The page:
Hebat-Allah Hassan Nashaat, Maha Anani, Fadia M. AttiaBlood Res 2022; 57(1): 6-12
Abstract : Severe acute respiratory syndrome coronavirus 2 (SARS-CoV-2) is responsible for the coronavirus disease 2019 (COVID-19) pandemic that has strained health care systems worldwide and resulted in high mortality. The current COVID-19 treatment is based on supportive and symptomatic care. Therefore, convalescent plasma (CP), which provides passive immunization against many infectious diseases, has been studied for COVID-19 management. To date, a large number of randomized and non-randomized clinical trials as well as many systematic reviews have revealed conflicting results. This article summarizes the basic principles of passive immunization, particularly addressing CP in COVID-19. It also evaluates the effectiveness of CP as a therapy in patients with COVID-19, clinical trial reports and systematic reviews, regulatory considerations and different protocols that are authorized in different countries to use it safely and effectively. An advanced search was carried out in major databases (PubMed, Cochrane Library, and MEDLINE) and Google Scholar using the following key words: SARS-CoV-2, COVID-19, convalescent plasma, and the applied query was “convalescent plasma” AND “COVID-19 OR SARS-CoV-2”. The results were filtered and duplicate data were removed. Collective evidence indicates that two cardinal players determine the effectiveness of CP use, time of infusion, and quality of CP. Early administration of CP with high neutralizing anti-spike IgG titer is hypothesized to be effective in improving clinical outcome, prevent progression, decrease the length of hospital stay, and reduce mortality. However, more reliable, high quality, well-controlled, double-blinded, randomized, international and multicenter collaborative trials are still needed.
Ja Min Byun, Seung-Joo Yoo, Hyeong-Joon Kim, Jae-Sook Ahn, Youngil Koh, Jun Ho Jang, Sung-Soo YoonBlood Res 2022; 57(1): 13-19
Abstract : The mutational and epigenetic landscape of acute myeloid leukemia (AML) has become increasingly well understood in recent years, informing on biological targets for precision medicine. Among the most notable findings was the recognition of mutational hot-spots in the isocitrate dehydrogenase (IDH) genes. In this review, we provide an overview on the IDH1/2 mutation landscape in Korean AML patients, and compare it with available public data. We also discuss the role of IDH1/2 mutations as biomarkers and drug targets. Taken together, occurrence of IDH1/2 mutations is becoming increasingly important in AML treatment, thus requiring thorough examination and follow-up throughout the clinical course of the disease.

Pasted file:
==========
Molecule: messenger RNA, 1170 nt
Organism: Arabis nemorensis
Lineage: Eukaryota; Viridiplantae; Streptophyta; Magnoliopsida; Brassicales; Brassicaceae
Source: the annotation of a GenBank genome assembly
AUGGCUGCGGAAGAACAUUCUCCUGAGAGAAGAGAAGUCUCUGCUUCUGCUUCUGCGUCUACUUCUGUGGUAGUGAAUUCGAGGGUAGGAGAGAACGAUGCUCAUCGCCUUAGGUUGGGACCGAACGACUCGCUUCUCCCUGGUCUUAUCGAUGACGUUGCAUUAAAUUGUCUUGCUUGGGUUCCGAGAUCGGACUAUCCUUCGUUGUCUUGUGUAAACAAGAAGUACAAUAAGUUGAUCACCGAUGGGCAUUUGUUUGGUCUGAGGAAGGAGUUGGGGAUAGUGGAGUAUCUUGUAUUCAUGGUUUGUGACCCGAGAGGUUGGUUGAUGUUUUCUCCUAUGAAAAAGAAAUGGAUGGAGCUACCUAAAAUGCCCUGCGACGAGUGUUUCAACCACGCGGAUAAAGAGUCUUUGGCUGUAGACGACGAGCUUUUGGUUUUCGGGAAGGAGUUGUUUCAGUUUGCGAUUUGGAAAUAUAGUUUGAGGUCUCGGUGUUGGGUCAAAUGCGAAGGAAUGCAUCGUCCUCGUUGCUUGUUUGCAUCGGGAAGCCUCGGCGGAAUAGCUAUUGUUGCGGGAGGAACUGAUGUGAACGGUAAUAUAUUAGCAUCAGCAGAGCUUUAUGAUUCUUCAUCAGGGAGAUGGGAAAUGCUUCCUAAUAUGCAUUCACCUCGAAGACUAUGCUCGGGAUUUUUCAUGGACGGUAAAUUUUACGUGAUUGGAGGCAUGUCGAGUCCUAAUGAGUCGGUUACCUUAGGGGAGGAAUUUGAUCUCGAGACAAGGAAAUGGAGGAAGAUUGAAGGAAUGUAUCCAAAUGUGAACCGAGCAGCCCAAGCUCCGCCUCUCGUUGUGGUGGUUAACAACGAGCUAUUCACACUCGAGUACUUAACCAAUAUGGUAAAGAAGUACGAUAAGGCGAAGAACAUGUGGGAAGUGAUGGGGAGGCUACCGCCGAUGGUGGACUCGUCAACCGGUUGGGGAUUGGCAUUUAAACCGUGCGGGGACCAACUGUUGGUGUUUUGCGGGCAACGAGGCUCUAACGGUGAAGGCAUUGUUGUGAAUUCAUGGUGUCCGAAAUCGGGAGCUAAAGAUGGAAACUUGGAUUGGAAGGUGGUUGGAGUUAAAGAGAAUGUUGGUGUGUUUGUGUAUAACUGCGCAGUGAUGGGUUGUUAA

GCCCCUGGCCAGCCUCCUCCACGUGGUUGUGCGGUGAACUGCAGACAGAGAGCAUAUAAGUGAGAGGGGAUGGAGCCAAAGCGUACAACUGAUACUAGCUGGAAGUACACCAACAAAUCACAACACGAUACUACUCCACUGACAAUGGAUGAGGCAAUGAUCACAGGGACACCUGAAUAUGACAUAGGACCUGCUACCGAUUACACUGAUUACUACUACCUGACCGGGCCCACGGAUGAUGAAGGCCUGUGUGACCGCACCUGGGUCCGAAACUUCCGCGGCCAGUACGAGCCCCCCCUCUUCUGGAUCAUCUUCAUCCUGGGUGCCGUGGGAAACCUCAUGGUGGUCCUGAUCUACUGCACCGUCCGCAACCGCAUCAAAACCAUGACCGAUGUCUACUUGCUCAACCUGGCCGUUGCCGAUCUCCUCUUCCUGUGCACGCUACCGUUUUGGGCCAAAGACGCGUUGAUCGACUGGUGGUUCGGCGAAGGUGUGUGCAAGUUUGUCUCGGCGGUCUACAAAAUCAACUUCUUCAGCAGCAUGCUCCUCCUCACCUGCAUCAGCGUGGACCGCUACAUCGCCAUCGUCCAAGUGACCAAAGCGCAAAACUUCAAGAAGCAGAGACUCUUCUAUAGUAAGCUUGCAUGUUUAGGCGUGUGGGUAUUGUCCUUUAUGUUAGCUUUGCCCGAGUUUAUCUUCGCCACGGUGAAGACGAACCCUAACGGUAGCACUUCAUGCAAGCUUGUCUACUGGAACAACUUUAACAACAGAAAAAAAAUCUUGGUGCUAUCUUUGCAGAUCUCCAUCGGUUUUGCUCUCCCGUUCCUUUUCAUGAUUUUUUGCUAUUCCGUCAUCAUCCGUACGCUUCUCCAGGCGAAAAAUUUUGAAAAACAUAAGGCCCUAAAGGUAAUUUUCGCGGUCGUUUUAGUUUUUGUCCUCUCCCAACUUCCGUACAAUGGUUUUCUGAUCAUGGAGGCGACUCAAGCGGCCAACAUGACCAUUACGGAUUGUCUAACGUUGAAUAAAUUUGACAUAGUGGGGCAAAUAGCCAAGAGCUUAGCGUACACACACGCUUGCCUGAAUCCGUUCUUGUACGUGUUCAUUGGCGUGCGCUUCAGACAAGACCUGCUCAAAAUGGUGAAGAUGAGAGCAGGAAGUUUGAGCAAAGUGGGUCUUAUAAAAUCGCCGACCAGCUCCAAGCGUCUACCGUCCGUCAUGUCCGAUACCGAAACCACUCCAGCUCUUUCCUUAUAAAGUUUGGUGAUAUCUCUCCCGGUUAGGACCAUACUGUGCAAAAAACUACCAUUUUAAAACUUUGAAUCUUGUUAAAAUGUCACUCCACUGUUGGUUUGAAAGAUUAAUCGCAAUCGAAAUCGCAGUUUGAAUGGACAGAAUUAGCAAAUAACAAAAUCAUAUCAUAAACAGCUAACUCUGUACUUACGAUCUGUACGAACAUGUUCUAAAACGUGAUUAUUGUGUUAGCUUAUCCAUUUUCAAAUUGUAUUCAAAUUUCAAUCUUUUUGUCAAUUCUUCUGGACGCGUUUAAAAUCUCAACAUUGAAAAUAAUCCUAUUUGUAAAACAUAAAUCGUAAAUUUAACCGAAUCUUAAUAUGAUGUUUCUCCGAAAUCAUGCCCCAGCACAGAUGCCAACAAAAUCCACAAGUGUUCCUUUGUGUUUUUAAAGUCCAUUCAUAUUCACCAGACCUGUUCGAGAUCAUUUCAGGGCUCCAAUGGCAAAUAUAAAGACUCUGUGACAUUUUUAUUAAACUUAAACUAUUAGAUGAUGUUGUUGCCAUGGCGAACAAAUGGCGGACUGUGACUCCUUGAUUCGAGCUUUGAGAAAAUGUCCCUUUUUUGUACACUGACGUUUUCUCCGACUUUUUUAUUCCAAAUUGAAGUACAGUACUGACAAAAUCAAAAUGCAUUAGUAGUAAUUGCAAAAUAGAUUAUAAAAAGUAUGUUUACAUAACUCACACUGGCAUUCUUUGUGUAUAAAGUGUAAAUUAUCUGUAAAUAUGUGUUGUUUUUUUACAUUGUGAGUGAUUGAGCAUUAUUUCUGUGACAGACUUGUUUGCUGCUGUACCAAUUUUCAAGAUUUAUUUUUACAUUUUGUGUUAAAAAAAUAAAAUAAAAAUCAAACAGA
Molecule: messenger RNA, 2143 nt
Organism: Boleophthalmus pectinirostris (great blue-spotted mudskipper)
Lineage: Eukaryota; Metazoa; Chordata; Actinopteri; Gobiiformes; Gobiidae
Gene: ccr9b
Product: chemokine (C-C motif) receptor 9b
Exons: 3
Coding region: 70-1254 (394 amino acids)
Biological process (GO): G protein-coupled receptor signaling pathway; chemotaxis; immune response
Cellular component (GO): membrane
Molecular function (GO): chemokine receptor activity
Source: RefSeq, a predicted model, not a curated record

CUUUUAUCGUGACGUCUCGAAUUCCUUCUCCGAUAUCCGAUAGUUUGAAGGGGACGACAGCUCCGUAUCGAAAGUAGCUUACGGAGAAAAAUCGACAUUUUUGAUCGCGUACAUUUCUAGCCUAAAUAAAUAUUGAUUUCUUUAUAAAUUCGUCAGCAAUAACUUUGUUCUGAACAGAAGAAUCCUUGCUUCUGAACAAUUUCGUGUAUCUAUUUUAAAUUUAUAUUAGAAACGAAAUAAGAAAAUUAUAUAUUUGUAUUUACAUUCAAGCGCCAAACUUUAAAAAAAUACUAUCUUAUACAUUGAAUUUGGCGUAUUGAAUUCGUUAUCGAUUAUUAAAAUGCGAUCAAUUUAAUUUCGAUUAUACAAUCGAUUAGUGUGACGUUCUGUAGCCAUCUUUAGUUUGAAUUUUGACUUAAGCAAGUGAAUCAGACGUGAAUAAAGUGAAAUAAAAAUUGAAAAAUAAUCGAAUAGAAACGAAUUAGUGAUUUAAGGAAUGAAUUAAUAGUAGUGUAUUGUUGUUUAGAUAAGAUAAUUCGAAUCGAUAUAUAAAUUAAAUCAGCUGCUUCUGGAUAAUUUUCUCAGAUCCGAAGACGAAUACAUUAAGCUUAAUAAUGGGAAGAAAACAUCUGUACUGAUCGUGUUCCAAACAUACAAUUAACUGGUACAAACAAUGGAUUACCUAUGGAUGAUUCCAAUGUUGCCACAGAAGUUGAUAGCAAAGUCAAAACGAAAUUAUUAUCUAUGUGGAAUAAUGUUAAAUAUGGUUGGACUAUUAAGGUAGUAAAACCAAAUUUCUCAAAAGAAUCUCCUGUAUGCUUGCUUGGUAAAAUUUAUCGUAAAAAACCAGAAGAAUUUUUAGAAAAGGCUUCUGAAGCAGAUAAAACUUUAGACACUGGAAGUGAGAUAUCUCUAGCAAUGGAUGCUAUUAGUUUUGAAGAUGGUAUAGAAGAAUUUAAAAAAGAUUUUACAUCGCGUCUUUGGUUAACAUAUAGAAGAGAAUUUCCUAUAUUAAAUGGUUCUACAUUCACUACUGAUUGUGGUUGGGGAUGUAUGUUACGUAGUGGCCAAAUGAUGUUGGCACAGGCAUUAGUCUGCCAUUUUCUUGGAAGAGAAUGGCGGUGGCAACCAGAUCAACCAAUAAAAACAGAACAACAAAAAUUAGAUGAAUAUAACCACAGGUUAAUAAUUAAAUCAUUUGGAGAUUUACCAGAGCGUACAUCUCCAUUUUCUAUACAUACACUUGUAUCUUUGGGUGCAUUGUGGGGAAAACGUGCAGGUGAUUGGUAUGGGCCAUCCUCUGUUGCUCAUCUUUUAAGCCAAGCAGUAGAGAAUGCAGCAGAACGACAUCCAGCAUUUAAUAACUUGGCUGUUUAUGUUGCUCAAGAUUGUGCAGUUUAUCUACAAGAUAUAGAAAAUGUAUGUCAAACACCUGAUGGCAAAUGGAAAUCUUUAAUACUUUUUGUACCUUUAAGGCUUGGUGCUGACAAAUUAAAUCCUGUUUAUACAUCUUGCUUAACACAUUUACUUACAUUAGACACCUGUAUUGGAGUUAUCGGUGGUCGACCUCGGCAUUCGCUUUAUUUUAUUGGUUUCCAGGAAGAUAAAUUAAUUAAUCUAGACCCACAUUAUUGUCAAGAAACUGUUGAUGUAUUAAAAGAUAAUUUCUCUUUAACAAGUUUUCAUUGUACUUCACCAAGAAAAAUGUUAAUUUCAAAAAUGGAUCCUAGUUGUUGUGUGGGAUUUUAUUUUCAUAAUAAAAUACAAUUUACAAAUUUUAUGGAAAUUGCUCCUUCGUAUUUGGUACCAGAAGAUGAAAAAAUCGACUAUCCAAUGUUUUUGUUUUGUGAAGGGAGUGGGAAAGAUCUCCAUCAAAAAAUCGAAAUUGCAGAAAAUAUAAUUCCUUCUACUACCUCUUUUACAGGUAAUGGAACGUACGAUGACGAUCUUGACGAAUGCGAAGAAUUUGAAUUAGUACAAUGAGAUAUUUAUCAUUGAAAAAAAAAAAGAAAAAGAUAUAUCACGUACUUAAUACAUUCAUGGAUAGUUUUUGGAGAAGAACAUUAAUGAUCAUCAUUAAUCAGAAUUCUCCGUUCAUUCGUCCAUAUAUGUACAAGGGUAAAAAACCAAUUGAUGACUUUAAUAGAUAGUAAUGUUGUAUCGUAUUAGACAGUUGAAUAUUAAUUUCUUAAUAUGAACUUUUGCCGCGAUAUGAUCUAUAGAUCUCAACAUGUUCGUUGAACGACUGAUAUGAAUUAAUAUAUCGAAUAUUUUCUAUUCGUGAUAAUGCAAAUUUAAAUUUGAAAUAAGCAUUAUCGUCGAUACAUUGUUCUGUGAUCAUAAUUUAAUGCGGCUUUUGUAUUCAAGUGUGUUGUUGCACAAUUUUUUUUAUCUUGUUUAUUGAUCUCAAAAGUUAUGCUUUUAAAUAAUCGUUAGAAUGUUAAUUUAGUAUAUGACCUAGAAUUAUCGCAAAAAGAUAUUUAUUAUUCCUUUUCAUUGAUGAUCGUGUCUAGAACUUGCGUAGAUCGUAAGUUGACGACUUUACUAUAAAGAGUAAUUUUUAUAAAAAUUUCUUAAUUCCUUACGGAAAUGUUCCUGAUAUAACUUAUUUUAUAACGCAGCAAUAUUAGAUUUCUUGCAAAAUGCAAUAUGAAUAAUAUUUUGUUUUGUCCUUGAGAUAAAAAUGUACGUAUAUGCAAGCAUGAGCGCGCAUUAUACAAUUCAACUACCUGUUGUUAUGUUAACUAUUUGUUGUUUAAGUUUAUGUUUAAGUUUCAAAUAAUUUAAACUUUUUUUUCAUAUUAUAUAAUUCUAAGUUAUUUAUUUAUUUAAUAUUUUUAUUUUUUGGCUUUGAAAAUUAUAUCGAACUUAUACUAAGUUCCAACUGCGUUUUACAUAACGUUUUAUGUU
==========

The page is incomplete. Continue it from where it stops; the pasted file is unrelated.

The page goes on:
Young Hoon Park, Dae-Young Kim, Seongkoo Kim, Young Bae Choi, Dong-Yeop Shin, Jin Seok Kim, Won Sik Lee, Yeung-Chul Mun, Jun Ho Jang, Jong Wook Lee, Hoon Kook, on behalf of Korean Aplastic Anemia Working PartyBlood Res 2022; 57(1): 20-28
Abstract : Despite the availability of therapies to treat patients with immune thrombocytopenia (ITP), there is currently little data from randomized trials to assist clinicians in managing patients. The evidence-based guidelines of the Korean Society of Hematology Aplastic Anemia Working Party (KSHAAWP) are intended to support patients and physicians in the management of ITP. Experts from the KSHAAWP discussed and described this guideline according to the current treatment situation for ITP in Korea and finalized the guidelines. The expert panel recommended the management of ITP in adult and pediatric patients with newly diagnosed, persistent, and chronic disease refractory to first-line therapy with minor bleeding. Management approaches include observation and administration of corticosteroids, intravenous immunoglobulin, anti-D immunoglobulin, and thrombopoietin receptor agonists. Currently, evidence supporting strong recommendations for various management approaches is lacking. Therefore, a large focus was placed on shared decision-making, especially regarding second-line treatment.
Tahereh Zadeh Mehrizi, Sedigheh Amini Kafiabad, Peyman EshghiBlood Res 2021; 56(4): 215-228
Abstract : Maintaining the quality of platelet products and increasing their storage time are priorities for treatment applications. The formation of platelet storage lesions that limit the storage period and preservation temperature, which can prepare a decent environment for bacterial growth, are the most important challenges that researchers are dealing with in platelet preservation. Nanotechnology is an emerging field of science that has introduced novel solutions to resolve these problems. Here, we reviewed the reported effects of polymeric nanoparticles—including chitosan, dendrimers, polyethylene glycol (PEG), and liposome—on platelets in articles from 2010 to 2020. As a result, we concluded that the presence of dendrimer nanoparticles with a smaller size, negative charge, low molecular weight, and low concentration along with PEGylation can increase the stability and survival of platelets during storage. In addition, PEGylation of platelets can also be a promising approach to improve the quality of platelet bags during storage.
Zahra Nekoukar, Minoo Moghimi, Ebrahim SalehifarBlood Res 2021; 56(4): 229-242
Abstract : Chronic myeloid leukemia (CML), a myeloproliferative disorder caused by the over activity of BCR-ABL1 (breakpoint cluster region-Abelson), has been successfully treated by Tyrosine kinase inhibitors (TKIs). While imatinib is known as the first-line treatment of CML, in some cases other TKIs including dasatinib, nilotinib, bosutinib, and ponatinib may be preferred. Dasatinib, a second-generation TKI, inhibits multiple family kinases including BCR-ABL, SRC family kinases, receptor kinases, and TEC family kinases. It is effective against most imatinib-resistant cases except T315I mutation. Despite the superiority of dasatinib in its hematologic and cytogenetic responses in CML compared to imatinib, its potentially harmful pulmonary complications including pleural effusion (PE) and pulmonary arterial hypertension (PAH) may limit its use. Appropriate management of these serious adverse reactions is critical in both improving the quality of life and the outcome of the patient. In this narrative review, we will scrutinize the pulmonary complications of dasatinib and focus on the management of these toxicities.
Poojith Nuthalapati, Mohan Krishna Ghanta, Nagabhishek Sirpu Natesh, Bhaskar L.V.K.S.Blood Res 2021; 56(2): 61-64